Despite the New York City heat and end-of-summer vacationing, we had a nice turn out on Monday night. There were 22 people in attendance, nineteen old timers and two newcomers, including one SLP. We enjoyed meaningful conversation and lots of laughs. Here is some of what we discussed:
Riding and Derailing
We started the meeting by talking about the dangers of ‘riding the wave of fluency’ and what happens when we fall prey to this common phenomenon. One person came up with the analogy of a train moving too fast, with one small pebble on the track derailing the train. The analogy resonated with a lot of people who then spoke about the initial thrill of being fluent, followed by the moment of stuttering when their speech came to screeching halt, and the feelings of defeat that followed.
This led to a conversation about what we can do to avoid these experiences. It opened the topic of stuttering openly and comfortably. Those with experience in this area shared excellent ideas. They included action-oriented ideas such as voluntary stuttering, stuttering on purpose in a slow, relaxed manner on non-feared words, and advertising, letting the person you are speaking with know that you stutter. More holistic ideas were addressed too, such as meditating, practicing mindfulness, and working on an attitude of acceptance.
Breaking the Block
“How do you get out of a block?” was the question posed by a newcomer curious to hear what others did when faced with this common challenge. Answers varied from using the moment of blocking as an opportunity to advertise stuttering, to using easy repetitions to ‘bounce’ out of the block. We also spoke about how a block is the result of an intense desire to avoid stuttering, and how stuttering more openly and working on an attitude of acceptance can reduce blocking.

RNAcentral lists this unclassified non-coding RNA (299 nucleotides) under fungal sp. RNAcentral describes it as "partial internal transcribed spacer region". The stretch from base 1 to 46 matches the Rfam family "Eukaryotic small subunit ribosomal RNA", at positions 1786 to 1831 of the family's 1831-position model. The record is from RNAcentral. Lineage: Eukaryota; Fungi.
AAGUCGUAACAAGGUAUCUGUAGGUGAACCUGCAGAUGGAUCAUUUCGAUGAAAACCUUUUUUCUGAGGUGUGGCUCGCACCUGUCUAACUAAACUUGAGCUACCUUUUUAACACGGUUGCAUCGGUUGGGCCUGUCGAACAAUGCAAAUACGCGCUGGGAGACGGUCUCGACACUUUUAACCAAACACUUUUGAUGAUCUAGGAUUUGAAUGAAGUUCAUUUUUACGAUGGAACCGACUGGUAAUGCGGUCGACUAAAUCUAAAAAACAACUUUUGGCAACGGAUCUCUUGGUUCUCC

Stuttering Stigma in China
A very brave and outspoken member shared how stuttering is stigmatized in her home country, China. She shared about how coming to the states has been life -changing and how she is no longer a “closet stutterer.” Her new attitude of acceptance and taking ownership of her stutter was very powerful and inspiring.
Peace of Mind
The topic of having peace of mind came up several times during the night. It surfaced when someone shared that he has internal peace now that he is no longer chasing fluency, and when someone said she accepted that she would stutter for the rest of her life. Another person shared how caring less about what other people think and more about how he feels gives him peace. Ultimately, we agreed it comes down to focusing inward, caring for ourselves, and honoring the place where we are at. We ended the meeting by sharing small things we do in our day to find that peace, including celebrating small victories.
Till next time,
– Chaya | www.nycstutters.org